Even after failing in achieving their rights, women started to form clubs to assemble ways to attain their rights, and liberty. It was not only citizenships rights that the women were fighting for; they also wanted the same rights to education, and employment. Women's participation during the French Revolution was not just limited to rioting and demonstrating. Women contributed to the meetings of political clubs and played a very active role which led both men and women soon agitated for the guarantee of women's rights. During the Revolution, most women acted in more collective manner to endeavor to guarantee food for their families. They also contributed a lot over the concern of rising price of food which led to riots in February 1792 and again in February 1793. These riots often began at the door of shops in which women usually played a prominent role, demanding lower prices. Women associated themselves into their own political clubs to form riots and to fight for women rights. “The best known of these was the Society of Revolutionary Republican Women established in Paris in May 1793” (Primary Sources for the French Revolution).
In July 1790 a leading intellectual, Marie-Jean Caritat, Marquis de Condorcet, published a newspaper article in full support for women rights in politics. It caused another agitation. In the article, he asserted that “France's women should enjoy equal political rights with men” (Primary Sources for the French Revolution.). They launched a campaign for women's rights and met in a group called the Cercle Social (social circle). The group specifically focused on women issues in civil equality in the areas of divorce and property. One of the leading and most active woman in the area of women's rights was the Dutch woman Etta Palm d'Aelders who denounced the discrimination against women that refused to give women equal rights in marriage and in education. The members of the group the Cercle Social later also demanded and argued for a liberal divorce law and reforms in inheritance laws as well. As the women revolutionaries became stronger, they were seen as threats to some of the officials. Therefore, in 1793, one of the main women committee, called the Society of Revolutionary Women was shut down. This deeply angered the women, for they never achieved the same respect and privileges that the French male citizens did.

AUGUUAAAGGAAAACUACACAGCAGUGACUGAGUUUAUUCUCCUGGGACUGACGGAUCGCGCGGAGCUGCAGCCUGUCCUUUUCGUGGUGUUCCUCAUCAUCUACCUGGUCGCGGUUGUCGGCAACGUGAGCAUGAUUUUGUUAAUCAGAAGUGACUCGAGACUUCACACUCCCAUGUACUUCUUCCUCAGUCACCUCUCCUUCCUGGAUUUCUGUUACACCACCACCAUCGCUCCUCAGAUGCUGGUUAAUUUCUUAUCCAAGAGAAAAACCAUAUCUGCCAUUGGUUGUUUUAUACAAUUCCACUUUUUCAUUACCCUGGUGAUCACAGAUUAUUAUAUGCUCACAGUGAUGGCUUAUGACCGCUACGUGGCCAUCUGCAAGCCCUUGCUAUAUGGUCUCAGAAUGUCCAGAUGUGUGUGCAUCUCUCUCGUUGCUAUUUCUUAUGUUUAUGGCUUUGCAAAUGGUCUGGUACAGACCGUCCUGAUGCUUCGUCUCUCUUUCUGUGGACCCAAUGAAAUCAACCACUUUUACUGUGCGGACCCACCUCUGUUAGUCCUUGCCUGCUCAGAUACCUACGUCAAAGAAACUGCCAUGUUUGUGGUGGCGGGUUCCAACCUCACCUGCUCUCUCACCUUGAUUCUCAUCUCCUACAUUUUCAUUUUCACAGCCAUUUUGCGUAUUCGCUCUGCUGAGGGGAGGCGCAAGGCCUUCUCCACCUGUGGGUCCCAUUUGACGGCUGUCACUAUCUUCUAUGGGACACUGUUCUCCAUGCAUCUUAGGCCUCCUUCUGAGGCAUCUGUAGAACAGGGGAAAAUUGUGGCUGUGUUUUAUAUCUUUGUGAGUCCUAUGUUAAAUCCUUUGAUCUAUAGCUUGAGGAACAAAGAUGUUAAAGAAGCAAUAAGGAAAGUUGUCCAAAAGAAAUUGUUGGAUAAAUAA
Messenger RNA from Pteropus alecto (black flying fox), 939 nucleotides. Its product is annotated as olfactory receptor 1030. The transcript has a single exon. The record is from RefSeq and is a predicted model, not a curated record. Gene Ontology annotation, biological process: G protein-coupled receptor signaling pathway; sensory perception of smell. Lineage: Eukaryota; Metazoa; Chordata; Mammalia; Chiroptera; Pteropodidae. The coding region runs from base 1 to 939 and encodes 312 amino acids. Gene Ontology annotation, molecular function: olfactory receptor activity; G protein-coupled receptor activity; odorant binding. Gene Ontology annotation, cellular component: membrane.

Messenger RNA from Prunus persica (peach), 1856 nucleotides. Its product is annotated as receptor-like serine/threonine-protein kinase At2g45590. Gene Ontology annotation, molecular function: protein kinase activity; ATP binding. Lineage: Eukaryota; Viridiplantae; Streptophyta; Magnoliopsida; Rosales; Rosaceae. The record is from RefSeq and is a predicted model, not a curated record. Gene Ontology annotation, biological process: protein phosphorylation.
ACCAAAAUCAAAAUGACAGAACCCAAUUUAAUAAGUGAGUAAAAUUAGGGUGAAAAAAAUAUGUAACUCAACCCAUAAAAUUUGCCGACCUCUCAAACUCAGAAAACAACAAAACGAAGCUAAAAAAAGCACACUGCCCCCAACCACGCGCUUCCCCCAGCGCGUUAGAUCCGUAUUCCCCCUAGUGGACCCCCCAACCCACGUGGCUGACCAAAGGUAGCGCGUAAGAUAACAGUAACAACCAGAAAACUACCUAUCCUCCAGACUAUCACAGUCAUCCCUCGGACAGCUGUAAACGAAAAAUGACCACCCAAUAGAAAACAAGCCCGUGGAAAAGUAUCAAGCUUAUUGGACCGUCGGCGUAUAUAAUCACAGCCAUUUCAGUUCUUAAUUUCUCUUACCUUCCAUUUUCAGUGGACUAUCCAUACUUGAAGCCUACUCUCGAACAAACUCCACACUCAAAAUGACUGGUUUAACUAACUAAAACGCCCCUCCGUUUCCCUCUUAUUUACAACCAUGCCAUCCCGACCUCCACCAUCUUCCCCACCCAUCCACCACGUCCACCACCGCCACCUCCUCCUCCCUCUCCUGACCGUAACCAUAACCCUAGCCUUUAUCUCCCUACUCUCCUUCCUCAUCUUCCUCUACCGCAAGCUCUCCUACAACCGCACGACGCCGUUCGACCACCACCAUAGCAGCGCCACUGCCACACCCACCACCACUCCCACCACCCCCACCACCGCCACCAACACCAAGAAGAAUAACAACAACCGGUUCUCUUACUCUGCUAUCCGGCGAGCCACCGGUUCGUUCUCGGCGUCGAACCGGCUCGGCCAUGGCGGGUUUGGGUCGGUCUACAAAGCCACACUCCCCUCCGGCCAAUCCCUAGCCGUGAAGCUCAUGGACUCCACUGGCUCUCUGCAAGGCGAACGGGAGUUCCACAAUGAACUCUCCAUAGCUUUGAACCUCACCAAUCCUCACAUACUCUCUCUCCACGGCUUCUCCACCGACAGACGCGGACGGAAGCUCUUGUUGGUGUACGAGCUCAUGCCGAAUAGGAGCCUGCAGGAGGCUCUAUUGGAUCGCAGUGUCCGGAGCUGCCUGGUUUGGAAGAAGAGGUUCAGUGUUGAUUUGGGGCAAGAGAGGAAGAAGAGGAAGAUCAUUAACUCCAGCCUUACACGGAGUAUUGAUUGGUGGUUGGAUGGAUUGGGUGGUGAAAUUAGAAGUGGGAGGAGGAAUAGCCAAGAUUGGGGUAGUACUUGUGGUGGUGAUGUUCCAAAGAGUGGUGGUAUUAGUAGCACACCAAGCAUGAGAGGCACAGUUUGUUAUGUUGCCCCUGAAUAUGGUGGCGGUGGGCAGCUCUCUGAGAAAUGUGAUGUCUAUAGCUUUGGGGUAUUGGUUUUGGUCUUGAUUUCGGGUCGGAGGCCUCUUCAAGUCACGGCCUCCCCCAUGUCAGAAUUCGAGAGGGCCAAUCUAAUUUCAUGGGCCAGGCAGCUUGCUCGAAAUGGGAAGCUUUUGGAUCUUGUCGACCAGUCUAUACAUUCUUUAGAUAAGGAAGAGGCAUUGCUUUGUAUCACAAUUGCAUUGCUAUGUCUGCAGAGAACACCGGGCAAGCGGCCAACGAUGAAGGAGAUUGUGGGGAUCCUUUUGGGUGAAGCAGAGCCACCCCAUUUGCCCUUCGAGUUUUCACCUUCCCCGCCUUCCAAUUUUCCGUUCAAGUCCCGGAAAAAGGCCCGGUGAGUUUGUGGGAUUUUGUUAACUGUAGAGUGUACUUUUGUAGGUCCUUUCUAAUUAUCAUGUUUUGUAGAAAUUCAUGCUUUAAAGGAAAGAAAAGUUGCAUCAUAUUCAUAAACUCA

Women never gained full political rights during the French Revolution as none of the assemblies ever granted political rights to women. Women were not even allowed to vote or hold office. But this did not stop women from continuing to participate in various other important forms. Women actively rioted over the price of food and joined clubs organized by women. They also took parts in different movements against the Revolution and in the rebellion in the west of France against the revolutionary government.
Even though, women played a significant role during the French Revolution, they however did not get the respect in their society, neither were they treated equally as men. The French Revolution, was the period of revolutionaries revolting for liberty and equality, failed to provide equals rights as French men for the French women. Male revolutionaries rejected every call for equal rights for women. But their reactions in print and in speech show that these demands troubled their conception of the proper role for women. However, after a long wait, the revolutionary governments established divorce, with equal rights for women in suing for divorce, and granted girls equal rights to the inheritance of family property.
The French Revolution which was a period of bloodshed, and politic unrest, did little to change the way men viewed the women. From the rights to citizenship, to education, and employment, and to marriages, women were not given equal rights as men. Even after failing in achieving their rights, women started to form clubs to assemble ways to attain their rights, and liberty. It was not only citizenships rights that the women were fighting for; they also wanted the same rights to education, and employment. Although, the French Revolution was a notable period of continuous women contributions, it failed to provide the respect the women revolutionaries fought for.

Works Cited

De Gouges, Olympe. “Declaration of the Rights of Women.” “Western Civilization: A Brief History” Marvin Perry. Boston, MA: Houghton Mifflin Company, 2005.341-343.

Finch, Allison. Women’s Writing in Nineteenth-Century France. Madrid, Spain: Cambridge University Press, 2000.

"Introduction to the French Revolution." Tucson Unified School District Educational Technology. Web. 01 Mar.2010. < nch_revolution.htm>

Loomis, Stanley. Paris in the Terror: June 1793 - July 1794. New York, NY, J.B. Lippincott Company, 1964.

"Modern History Sourcebook: Olympe De Gouge: Rights of Women." FORDHAM.EDU. Web. 27 Feb. 2010. <>.

"Primary Sources for the French Revolution." The CAVE. Web. 17 Feb. 2010. <>

Schama, Simon. Citizens. Alfred A. Knopf, New York. NY, 1989.